Defying aging stereotypes and challenges, many older adults find value and inspiration in adventure
Chicagoan Annika Jaspers realized a lifelong dream in 2017: She crossed the Atlantic aboard the Queen Mary 2. She’d been hoping for that exact trip since she was a teenager and finally was able to add it to her completion list, along with dozens of other trips she’s taken as a solo traveler.
Over the past 15 years, Jaspers, 78, has checked off Swedish Lapland (staying in an ice hotel at 19 degrees F, no less), Japan, New Zealand, Patagonia, Egypt, and Jordan; she has been to Europe 45 times. And she’s far from done. Soon she’ll visit Ireland, Canada, Hungary, the Czech Republic, and Slovakia. Jaspers set a goal to get to Europe 50 times before age 80, and despite the pandemic’s setbacks, at the end of 2023, she’ll be just two trips short.
An insatiable curiosity motivates Jaspers, she says. “I consider myself a lifelong learner and love learning about the culture, customs, and traditions of the countries I visit.” When she’s not traveling, she takes courses through the Osher Lifelong Learning Institute at Northwestern University and attends lectures sponsored by arts, humanities, and political organizations.
Indeed, curiosity and a love of learning motivate many older adults to strike out on adventures, says Renee Meaux, owner and travel advisor at Sunset Travel & Cruise. Through travel, they stay current, learn about other cultures, and experience destinations about which they’ve only imagined.
Novelty has benefits, too. “Getting out of their comfort zone and experiencing and seeing something new [is] great for mental stimulation,” Meaux says.
Planning can keep a trip on track
Keep in mind, though, that traveling at an older age presents its own set of challenges. Mobility issues can cause stress if any part of the trip is not accessible. And getting out of their comfort zone makes some travelers anxious. Plus, changing time zones, moving from place to place, and packing can be downright exhausting.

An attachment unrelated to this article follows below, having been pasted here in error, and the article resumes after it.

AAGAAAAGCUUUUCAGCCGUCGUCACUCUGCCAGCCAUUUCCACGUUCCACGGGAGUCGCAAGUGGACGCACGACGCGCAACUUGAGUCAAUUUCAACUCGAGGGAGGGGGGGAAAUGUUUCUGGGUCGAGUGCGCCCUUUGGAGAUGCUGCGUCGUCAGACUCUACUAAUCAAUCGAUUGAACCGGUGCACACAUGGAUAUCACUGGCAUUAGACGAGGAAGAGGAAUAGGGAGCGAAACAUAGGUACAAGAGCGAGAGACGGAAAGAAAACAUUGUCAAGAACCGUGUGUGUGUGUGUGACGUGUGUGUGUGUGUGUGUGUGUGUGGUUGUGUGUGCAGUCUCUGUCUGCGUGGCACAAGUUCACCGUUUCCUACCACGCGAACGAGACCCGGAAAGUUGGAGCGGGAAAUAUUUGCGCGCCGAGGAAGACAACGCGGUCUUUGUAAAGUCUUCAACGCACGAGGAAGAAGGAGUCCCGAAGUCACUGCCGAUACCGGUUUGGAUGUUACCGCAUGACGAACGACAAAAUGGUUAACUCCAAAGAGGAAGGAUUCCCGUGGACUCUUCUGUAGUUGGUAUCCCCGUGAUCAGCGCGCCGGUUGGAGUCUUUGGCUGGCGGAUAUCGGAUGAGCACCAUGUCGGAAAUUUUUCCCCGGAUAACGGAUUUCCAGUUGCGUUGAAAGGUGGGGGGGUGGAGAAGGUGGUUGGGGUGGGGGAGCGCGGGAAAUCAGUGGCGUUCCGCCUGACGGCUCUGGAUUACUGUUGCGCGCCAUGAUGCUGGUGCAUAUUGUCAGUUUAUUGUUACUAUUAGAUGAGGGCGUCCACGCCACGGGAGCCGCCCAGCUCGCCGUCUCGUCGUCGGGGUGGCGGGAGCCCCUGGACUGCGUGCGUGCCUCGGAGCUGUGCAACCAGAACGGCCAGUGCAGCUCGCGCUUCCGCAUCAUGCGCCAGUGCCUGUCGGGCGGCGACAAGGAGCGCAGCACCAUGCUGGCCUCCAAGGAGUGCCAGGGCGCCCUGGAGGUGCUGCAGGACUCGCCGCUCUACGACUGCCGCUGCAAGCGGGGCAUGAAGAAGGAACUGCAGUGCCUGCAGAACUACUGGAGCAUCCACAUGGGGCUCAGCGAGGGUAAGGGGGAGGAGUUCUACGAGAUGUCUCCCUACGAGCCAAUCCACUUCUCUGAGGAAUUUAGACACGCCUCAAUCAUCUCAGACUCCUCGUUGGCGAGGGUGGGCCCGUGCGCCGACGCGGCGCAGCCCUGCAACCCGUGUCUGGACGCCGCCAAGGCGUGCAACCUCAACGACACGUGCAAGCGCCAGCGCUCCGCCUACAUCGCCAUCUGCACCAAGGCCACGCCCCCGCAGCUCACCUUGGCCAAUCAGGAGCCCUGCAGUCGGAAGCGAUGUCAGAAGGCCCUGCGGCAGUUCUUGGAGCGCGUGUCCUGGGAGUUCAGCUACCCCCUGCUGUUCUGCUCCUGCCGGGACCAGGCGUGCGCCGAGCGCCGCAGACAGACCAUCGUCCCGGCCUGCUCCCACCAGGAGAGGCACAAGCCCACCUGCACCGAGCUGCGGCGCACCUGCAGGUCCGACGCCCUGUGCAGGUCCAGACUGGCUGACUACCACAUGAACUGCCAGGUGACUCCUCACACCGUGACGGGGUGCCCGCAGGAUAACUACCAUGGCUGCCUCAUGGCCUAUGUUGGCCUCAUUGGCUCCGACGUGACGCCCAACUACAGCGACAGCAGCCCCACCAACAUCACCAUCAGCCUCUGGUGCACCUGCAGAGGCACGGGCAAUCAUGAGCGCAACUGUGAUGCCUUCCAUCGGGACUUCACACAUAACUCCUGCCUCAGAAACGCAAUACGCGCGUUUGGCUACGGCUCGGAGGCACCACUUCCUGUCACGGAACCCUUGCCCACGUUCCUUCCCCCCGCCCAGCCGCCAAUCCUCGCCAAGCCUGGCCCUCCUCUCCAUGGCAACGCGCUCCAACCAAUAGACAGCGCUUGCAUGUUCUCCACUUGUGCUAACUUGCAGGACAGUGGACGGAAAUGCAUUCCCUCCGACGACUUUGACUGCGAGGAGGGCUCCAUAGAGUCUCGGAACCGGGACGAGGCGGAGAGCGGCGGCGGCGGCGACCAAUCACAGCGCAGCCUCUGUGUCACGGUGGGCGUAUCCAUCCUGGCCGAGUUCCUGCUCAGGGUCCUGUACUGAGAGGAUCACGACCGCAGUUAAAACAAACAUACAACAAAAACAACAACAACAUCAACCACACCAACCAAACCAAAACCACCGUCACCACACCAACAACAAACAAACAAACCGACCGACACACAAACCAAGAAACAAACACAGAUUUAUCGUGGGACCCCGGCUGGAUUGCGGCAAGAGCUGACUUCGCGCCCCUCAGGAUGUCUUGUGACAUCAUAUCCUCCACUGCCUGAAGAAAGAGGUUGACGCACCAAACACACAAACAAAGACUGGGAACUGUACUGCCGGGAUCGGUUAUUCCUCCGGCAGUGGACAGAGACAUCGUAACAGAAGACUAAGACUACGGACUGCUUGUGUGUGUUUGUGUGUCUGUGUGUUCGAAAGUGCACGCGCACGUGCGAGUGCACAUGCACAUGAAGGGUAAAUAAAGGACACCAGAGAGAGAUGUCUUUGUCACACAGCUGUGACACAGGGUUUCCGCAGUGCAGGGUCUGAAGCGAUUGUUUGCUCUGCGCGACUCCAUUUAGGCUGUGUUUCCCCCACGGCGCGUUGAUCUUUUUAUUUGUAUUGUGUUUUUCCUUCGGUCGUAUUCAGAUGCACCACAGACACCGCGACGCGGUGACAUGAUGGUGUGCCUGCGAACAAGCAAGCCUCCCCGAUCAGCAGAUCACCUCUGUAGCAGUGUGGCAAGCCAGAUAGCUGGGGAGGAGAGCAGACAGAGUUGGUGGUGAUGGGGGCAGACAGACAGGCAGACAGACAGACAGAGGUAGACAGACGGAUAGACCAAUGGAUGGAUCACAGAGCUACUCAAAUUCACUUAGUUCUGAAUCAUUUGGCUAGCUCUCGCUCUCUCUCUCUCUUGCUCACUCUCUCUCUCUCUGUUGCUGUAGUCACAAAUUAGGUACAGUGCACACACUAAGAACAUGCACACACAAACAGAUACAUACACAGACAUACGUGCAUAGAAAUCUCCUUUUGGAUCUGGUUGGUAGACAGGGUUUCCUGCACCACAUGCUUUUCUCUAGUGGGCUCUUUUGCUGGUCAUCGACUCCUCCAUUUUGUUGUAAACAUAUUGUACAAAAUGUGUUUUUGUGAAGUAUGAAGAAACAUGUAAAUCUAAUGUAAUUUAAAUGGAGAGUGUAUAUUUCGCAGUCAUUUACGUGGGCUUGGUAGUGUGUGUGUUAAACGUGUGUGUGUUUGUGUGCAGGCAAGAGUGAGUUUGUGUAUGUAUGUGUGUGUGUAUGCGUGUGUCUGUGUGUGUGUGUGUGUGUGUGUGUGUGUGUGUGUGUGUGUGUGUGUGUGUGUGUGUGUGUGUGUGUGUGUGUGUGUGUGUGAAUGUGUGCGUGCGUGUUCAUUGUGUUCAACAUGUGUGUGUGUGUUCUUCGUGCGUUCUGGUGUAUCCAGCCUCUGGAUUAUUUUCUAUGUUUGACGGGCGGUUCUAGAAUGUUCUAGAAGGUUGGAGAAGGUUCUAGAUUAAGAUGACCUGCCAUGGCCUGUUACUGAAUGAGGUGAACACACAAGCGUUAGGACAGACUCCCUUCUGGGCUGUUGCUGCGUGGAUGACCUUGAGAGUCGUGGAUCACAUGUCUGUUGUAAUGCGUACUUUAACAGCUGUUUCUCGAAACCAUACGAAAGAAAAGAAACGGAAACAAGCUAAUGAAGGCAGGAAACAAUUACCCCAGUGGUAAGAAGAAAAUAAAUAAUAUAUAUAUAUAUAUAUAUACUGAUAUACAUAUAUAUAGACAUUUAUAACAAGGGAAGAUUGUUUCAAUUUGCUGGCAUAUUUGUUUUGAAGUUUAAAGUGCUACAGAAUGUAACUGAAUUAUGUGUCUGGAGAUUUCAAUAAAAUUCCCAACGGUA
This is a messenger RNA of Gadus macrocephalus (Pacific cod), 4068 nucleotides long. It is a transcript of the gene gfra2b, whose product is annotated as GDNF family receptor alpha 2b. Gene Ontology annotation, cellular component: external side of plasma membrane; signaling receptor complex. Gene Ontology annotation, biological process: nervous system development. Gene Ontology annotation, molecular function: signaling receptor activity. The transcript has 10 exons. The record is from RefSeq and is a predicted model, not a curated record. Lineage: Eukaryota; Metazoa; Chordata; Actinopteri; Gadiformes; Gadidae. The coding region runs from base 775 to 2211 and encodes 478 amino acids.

“I do find that travel is becoming more stressful as I age, particularly when it comes to flying and navigating multiple airports,” Jaspers says.
Jaspers generally travels with a nonprofit organization called Road Scholar, so she can go solo but still be with a group. She has learned to plan in advance to ensure her travels go off without a hitch.
“My solution is to be fully prepared so I know what terminal I’m traveling out of, what time the next departing flight is if I miss my connection, and so on,” she says. “And if something goes wrong, as it occasionally does, I take a deep breath and seek out the nearest customer service rep.”
Lists help things go smoothly, too. Before every journey, Jaspers checks in with a travel tips list she compiled, makes a new packing list, and reviews another list of reminders before she embarks: turn off the computer, water the plants, close the windows, and check that she has her passport.
“Do as much traveling as you can while you’re still in good health and have the energy to travel.”
Meaux suggests that older adults simplify travel by joining organized trips, such as river cruises and other small groups, where the itinerary and all the excursions are planned. Group trips enable you to see a lot without having to worry about moving your luggage to a new hotel, and you can choose outings or groups customized to your physical capabilities. The most popular destinations for older adults right now, she adds, are Europe, Alaska, Hawaii, and Japan, as well as river and transatlantic cruises.
Upsides outweigh the troubles
For many, the benefits of traveling at an older age far outweigh the challenges.
“The travel companions I’ve met with Road Scholar are generally well-educated and well-traveled and, like me, are lifelong learners,” Jaspers says. “We have fascinating dinner table conversations.”
Older adults can take advantage of a few perks to make transitions easier. Teri Dreher, founder and CEO of NShore Patient Advocates, says that seniors over age 75 get expedited TSA screening. They can also arrange in advance for a courtesy wheelchair service and board the plane with the first boarding group.
The experiences and relationships you make on your trips will last. Jaspers says she has friends all over the country thanks to her travels, and she’s taken several trips with two couples she met while traveling. Plus, she loves having her own hotel room to relax at the end of the day.
“My Aunt Gladys in Minnesota, who lived to be 101, gave me this advice,” Jaspers says. “‘Do as much traveling as you can while you’re still in good health and have the energy to travel.’ At one point I had told myself I’d probably stop traveling when I’m 80, but now that I’m less than two years away from turning that age, I see no reason to stop.”
If you feel the travel bug, start packing those bags. It’ll be worth it.